After two years of virtual conferences, more than 1,700 school-aged girls from more than 70 Victorian schools will converge on Deakin University’s Burwood campus on 18 August for a day of experiential learning designed to pique their interest in STEM subjects and careers.
Hosted by not-for-profit organisation Vic ICT for Women, the conference – called Go Girl, Go For IT – will include a range of workshops, hands-on demonstrations and technologies including robotics, virtual reality, 3D printing, and more across a range of STEM (Science, Technology, Engineering, and Mathematics) fields.
The ability to offer Grade 5 to Year 12 students hands-on exposure to technology-related exhibits, made possible this year after two years in which the events were pushed online, is “incredibly important” in invigorating students’ interest in critical technical fields, noted Jessica Huynh, volunteer and managing director of the conference that she called “a showcase of STEM careers designed to put stars in their eyes.”
“We need to help overcome stereotypes and misconceptions,” she added, “because research has shown that girls as young as 11 years old decide what they’re good and bad at.”
The Department of Industry, Science and Resources’ most recent STEM Equity Monitor found girls aged 12 and 13 still have a strong belief in their abilities, with just 12 per cent saying they aren’t smart enough to be studying STEM subjects.
By the time those girls reach 18, that number has more than tripled, with 41 per cent believing they aren’t smart enough for STEM.
Contemporaneously, interest in STEM subjects drops off steadily as girls progress through their teenage years: for example, while 52 per cent and 37 per cent of young girls express interest in mathematics and engineering subjects, respectively, those proportions drop to 35 per cent and 27 per cent by the time they reach university age.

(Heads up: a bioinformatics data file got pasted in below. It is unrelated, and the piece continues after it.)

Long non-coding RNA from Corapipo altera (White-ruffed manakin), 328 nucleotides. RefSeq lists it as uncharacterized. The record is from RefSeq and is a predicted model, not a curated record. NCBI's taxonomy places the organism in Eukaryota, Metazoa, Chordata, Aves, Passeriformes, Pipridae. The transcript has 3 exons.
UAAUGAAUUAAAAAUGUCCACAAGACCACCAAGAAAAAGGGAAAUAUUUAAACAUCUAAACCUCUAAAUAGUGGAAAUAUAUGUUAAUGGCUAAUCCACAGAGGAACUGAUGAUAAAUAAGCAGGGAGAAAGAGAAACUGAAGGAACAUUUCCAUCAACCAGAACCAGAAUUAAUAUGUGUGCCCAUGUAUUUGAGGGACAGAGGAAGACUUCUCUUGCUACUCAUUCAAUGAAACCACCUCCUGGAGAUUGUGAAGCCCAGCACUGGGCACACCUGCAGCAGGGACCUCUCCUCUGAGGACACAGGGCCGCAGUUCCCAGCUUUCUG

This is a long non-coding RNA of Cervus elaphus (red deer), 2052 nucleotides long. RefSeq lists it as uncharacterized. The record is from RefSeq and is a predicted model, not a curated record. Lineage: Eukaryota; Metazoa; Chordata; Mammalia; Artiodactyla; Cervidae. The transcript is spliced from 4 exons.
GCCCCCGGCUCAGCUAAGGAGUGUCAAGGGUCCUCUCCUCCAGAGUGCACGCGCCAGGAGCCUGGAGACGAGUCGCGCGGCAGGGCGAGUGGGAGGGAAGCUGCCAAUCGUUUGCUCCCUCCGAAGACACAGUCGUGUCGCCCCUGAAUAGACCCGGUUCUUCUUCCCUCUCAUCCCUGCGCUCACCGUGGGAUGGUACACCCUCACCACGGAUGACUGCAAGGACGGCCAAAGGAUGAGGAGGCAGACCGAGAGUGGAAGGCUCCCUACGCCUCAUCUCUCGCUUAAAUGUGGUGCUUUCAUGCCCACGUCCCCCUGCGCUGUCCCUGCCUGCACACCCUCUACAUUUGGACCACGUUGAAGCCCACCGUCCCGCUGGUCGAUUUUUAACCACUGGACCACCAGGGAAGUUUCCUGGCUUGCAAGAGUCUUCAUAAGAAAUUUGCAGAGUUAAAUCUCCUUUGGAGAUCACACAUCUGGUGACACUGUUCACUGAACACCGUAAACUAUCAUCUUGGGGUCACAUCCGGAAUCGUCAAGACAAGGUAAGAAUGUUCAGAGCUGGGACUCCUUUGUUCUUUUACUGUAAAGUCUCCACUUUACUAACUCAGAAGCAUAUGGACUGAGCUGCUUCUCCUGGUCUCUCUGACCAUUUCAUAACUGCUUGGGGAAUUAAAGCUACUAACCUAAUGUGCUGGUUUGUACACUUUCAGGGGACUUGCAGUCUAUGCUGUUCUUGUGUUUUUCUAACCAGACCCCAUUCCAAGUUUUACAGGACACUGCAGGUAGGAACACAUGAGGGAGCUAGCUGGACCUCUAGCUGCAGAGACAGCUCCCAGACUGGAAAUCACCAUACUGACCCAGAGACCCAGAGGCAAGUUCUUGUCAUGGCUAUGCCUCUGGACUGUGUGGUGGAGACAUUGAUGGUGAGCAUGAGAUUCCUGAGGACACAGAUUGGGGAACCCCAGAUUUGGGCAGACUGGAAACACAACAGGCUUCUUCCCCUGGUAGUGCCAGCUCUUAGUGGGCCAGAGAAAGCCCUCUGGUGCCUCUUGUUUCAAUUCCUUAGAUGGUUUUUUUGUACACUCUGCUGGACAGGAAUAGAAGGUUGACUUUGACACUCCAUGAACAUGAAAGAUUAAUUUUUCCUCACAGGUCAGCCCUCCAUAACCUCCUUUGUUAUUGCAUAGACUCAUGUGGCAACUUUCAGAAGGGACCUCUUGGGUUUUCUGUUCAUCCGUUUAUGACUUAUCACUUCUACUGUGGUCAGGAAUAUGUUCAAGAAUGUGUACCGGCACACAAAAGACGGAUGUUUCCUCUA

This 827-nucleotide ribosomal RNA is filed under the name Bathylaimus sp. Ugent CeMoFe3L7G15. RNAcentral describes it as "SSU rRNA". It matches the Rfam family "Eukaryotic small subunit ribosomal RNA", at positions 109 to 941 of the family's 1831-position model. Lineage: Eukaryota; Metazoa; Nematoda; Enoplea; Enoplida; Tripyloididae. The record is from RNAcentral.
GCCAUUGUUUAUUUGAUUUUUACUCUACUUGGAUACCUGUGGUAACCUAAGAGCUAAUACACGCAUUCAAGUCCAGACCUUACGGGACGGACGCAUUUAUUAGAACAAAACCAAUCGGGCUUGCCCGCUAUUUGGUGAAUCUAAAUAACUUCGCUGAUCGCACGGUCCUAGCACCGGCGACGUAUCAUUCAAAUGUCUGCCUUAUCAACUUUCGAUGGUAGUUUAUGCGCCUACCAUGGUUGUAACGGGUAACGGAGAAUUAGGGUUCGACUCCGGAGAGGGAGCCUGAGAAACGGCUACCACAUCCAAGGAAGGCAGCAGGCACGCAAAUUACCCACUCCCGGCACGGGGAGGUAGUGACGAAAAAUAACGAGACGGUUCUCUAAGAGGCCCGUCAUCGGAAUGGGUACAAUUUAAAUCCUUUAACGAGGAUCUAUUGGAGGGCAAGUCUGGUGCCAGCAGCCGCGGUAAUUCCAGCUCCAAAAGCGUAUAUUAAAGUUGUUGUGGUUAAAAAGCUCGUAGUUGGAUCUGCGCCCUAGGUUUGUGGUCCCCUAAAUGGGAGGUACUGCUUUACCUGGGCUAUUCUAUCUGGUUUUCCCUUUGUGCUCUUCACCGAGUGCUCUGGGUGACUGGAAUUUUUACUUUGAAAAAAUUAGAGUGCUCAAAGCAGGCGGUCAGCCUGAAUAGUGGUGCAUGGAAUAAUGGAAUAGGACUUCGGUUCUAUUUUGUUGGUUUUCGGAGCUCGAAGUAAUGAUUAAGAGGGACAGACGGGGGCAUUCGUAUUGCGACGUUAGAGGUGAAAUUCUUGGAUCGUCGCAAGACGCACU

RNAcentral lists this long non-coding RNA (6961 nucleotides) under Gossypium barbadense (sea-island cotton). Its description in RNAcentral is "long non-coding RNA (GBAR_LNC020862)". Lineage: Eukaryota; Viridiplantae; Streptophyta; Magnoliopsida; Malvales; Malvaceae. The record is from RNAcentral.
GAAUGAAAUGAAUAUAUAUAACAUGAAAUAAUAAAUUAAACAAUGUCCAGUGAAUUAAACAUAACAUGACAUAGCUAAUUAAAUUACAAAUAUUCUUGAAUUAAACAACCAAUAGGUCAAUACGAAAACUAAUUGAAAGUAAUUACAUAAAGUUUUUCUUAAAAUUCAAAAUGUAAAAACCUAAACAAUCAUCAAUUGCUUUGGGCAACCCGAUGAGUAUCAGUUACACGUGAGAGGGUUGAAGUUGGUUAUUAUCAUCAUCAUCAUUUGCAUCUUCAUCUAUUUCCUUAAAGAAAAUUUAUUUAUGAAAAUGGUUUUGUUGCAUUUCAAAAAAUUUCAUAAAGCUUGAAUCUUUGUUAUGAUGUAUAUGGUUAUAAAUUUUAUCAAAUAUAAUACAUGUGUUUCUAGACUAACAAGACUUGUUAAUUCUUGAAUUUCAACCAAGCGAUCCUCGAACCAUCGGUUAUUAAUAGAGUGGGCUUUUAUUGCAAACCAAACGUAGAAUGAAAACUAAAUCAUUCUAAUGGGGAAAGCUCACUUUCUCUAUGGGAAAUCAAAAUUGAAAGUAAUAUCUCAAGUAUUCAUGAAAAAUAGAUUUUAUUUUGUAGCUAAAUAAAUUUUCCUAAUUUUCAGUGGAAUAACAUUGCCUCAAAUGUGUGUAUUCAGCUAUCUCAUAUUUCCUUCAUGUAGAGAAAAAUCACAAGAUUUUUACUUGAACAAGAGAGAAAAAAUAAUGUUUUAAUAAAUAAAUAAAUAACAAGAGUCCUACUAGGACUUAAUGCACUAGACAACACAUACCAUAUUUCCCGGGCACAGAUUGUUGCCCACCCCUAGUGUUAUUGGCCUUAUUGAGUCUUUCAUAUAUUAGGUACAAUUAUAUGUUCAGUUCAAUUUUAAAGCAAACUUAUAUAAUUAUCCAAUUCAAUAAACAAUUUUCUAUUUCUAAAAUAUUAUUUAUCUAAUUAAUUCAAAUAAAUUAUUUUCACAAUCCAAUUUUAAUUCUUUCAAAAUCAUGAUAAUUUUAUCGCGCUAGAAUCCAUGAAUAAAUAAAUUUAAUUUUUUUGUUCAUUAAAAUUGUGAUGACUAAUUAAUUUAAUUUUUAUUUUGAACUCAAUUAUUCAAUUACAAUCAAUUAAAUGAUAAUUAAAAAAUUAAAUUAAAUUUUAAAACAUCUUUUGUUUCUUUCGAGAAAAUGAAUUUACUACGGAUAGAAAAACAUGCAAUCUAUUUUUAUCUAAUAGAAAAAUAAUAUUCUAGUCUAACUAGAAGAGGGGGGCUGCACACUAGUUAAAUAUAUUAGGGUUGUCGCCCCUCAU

Early intervention is seen as critical to reducing the disenfranchisement of girls from tech, and research has shown that students warm to STEM if it’s taught right.
And that, Huynh said, is why the event “specifically focuses on that age group, to help them understand all the possibilities a STEM career can give them.”
Priming the skills pipeline
As with a growing roster of student-focused programs, increasingly targeted engagement with young girls is designed to stoke their interest in critical technology areas before they strike STEM subjects off of their list of potential careers.
The event has proven to be a drawcard for both urban and regional schools, with Ringwood’s Yarra Valley Grammar sending 210 girls to this year’s event and hundreds of girls bussing more than 2.5 hours to get there.
“Being a country school over three hours away, there are not many opportunities for our girls to access anything like this,” said Travis Cartwright, IT leader at Echuca Primary School in northern Victoria.
The event “offered girls who are interested in IT a platform to see that they will need IT skills in the future,” he said.
“Girls at our school are not exposed to ICT skills, especially in realising where they need to use them and how most careers are impacted by ICT.”
Recognising that girls play a large role in the future workforce, corporate sponsors are lining up, with the likes of ANZ, NAB, JOST & Co, Australia Post, TPG Telecom, Art Processors, Aleph Labs, ASD, Carsales, and more signing on.
As well as getting early access to the next generation of STEM talent, such companies are also building bridges to what is becoming an increasingly vocal and powerful community of female entrepreneurs.
The vibrance of that community was evident in LaunchVic’s recent announcement that its Alice Anderson Fund has supported 11 women-led startups in its first year of operation.
Those early-stage startups – which each received between $50,000 and $300,000 in support – unlocked more than $12.5 million of capital and delivered close to $2.5 million in direct investments, with a further $10 million from private investors.
That included healthtech company Telecare, which recently closed a $2.2 million seed funding round with the support of Australian Medical Angels and is scaling up a virtual medical clinic that has already delivered over 40,000 virtual medical consultations.
“LaunchVic is working to close the gender investment gap by backing women-founded businesses at their earliest stages,” said LaunchVic CEO Dr Kate Cornick, “so they have every opportunity to succeed in entrepreneurship.”